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December 4, 2023 c1partners

Orthodontic treatment programs often conclude with the patient using a retainer designed to maintain the position of their newly aligned teeth. Retainers play a critical role in preventing teeth from shifting back to their previous position, ensuring the success and longevity of orthodontic interventions. Here is a comparison between lingual retainers and other types of retainers.

Types of Dental Retainers

There are three main types of retainers. A lingual retainer may also be described as a fixed, permanent or bonded retainer, or a lingual wire. The key feature of a lingual retainer is that it is designed to be permanently fixed to the back of the teeth. Duration of wear varies, but it is likely to be needed for at least one year following treatment. Some patients may keep the retainer indefinitely, particularly if it is not causing any problems and is kept clean.

The other two main types of retainers are removable. Firstly, the Hawley retainer consists of an acrylic or plastic plate that fits behind the teeth, with a metal wire running across the front of the teeth. These retainers vary in shape but are custom-made to fit the patient’s mouth. The other type, clear (such as Essix, Vivera, or Zendura) or vacuum-formed retainers are made of clear plastic or polyurethane and take the form of a tray that sits over the entire row of teeth, much like an Invisalign device.

When comparing different types of retainers, the following aspects should be considered:

Maintenance – The main difference between lingual retainers and removable types is daily maintenance. It is important for patients to follow a rigorous oral hygiene regimen to ensure their lingual retainer is thoroughly cleaned and flossed. Any collection of food debris around the wire and bonds may cause a buildup of plaque and lead to cavities and/or infection. Clear retainers must be cleaned to prevent discoloration and maintain transparency. All removable retainers can be brushed and disinfected with specialist dental appliance cleaners, although patients should be made aware of the importance of cleaning and keeping their appliances safely in their case when they are not being worn.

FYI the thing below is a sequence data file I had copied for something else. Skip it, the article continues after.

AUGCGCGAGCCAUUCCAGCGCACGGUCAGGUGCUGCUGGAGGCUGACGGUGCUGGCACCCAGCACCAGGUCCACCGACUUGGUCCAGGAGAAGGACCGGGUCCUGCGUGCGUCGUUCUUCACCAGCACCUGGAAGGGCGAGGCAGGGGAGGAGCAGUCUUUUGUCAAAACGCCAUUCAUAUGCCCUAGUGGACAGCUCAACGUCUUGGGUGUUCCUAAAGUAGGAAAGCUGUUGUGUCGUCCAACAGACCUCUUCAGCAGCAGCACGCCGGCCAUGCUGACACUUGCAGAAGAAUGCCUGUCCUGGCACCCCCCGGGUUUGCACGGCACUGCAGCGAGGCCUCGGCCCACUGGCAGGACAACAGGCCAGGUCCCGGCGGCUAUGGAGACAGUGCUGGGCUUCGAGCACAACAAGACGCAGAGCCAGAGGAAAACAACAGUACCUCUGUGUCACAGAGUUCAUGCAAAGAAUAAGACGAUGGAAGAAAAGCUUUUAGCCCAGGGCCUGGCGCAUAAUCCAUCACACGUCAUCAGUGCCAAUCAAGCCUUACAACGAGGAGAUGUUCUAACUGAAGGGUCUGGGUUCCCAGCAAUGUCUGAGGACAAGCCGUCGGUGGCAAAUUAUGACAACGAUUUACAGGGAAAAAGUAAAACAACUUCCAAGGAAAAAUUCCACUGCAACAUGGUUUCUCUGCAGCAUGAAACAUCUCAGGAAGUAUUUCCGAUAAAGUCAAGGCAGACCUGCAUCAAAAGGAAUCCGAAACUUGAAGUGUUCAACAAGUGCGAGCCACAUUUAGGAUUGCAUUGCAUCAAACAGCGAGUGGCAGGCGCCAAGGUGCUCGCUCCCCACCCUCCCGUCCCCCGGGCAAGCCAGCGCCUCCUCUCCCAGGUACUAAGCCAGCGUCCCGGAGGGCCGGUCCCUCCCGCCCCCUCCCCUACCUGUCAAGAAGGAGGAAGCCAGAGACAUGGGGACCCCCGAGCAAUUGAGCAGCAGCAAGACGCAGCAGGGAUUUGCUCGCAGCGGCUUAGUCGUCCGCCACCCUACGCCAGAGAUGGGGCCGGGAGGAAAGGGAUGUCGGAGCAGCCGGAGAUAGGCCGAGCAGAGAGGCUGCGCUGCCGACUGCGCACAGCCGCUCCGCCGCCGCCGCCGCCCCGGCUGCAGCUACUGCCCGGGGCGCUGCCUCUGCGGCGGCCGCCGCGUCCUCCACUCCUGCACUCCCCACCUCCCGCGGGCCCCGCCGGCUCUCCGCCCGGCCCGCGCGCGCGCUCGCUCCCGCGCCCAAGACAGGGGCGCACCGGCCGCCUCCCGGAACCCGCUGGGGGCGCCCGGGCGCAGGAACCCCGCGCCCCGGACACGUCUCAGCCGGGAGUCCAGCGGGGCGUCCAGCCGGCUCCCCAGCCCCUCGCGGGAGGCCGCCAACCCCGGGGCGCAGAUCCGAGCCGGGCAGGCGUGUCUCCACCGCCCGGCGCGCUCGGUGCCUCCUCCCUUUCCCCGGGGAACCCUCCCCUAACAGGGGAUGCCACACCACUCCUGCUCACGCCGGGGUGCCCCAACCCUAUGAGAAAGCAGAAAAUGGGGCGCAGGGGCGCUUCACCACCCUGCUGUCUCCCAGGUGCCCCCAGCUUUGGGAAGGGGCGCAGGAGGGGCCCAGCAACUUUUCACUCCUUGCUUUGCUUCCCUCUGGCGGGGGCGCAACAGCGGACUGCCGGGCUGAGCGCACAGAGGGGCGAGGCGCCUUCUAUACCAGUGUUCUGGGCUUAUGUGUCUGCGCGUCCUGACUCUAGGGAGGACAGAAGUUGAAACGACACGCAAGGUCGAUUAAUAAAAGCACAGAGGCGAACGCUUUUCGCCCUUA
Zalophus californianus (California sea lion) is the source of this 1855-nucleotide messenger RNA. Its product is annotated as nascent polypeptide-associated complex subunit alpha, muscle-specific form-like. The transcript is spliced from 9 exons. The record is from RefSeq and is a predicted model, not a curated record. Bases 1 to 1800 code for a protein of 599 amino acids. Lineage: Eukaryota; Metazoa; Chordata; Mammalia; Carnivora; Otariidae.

Adjustability – Hawley retainers are adjustable, so they can handle any necessary fine tuning during the post-treatment period. They can also be tightened if the process of constantly removing and replacing the device causes it to become loose. Repair may also be possible in cases of minor damage. Clear retainers cannot be adjusted and will need to be replaced if damaged. Lingual retainers are not adjustable.

Aesthetics – Lingual retainers tend to have the best aesthetic profile as they are generally not visible. Clear retainers are often barely visible because they are made of thin, clear plastic, although they can usually be seen at close range. Hawley retainers are more obvious due to the visible wire in front of the teeth.

Durability – Lingual retainers have the potential to last indefinitely if they are not damaged by trauma or accidents. Eventually, the patient may not even notice the retainer because it has become such a familiar part of their mouth. Hawley retainers can also last a long time, lasting for up to 20 years if treated with care. In contrast, clear retainers may last only a few months, although some patients may get more than a year of use from them. 

Comfort – Lingual retainers are generally considered comfortable once wearers have adapted to the initial sensation. They do not interfere with tongue movement or speech. Clear retainers are known for being comfortable, but some individuals may experience initial discomfort due to the snug fit. With Hawley retainers, comfort levels vary, with the potential for irritation from the wire or bulkiness of the plastic base. Comfort levels should be checked with any appliance. 

Patient Acceptability – Hawley retainers, as the most visible type of retainer, can present a challenge to patients who are self-conscious about wearing a retainer. Many orthodontists offer a range of brightly colored retainer plates to appeal to patients, which have the added advantage of potentially making the retainer less likely to be lost. Clear retainers may be more acceptable in terms of visibility but can affect the patient’s speech. Lingual retainers will not usually be visible or affect speech, although some patients may be resistant to a permanently fixed appliance.

Long term stability – Lingual retainers provide continuous stability, reducing the risk of relapse. Clear retainers are effective for maintaining alignment but may need to be replaced over time. Hawley retainers offer stability but depend on compliance from the patient in terms of regular wear.

The choice between lingual retainers and removable retainers depends on orthodontic need and individual preferences. Lingual retainers excel in aesthetics and long-term stability. Information provided by professional bodies, including the American Association of Orthodontists and the British Orthodontic Society, supports professionals and patients in the choice and best use of retainers.(1,2)

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1. American Association of Orthodontists (AAO). https://aaoinfo.org/treatments/retainers/&_rt_nonce=c950def8a5 
2. British Orthodontic Society (BOS). https://www.bos.org.uk/patients/retainers/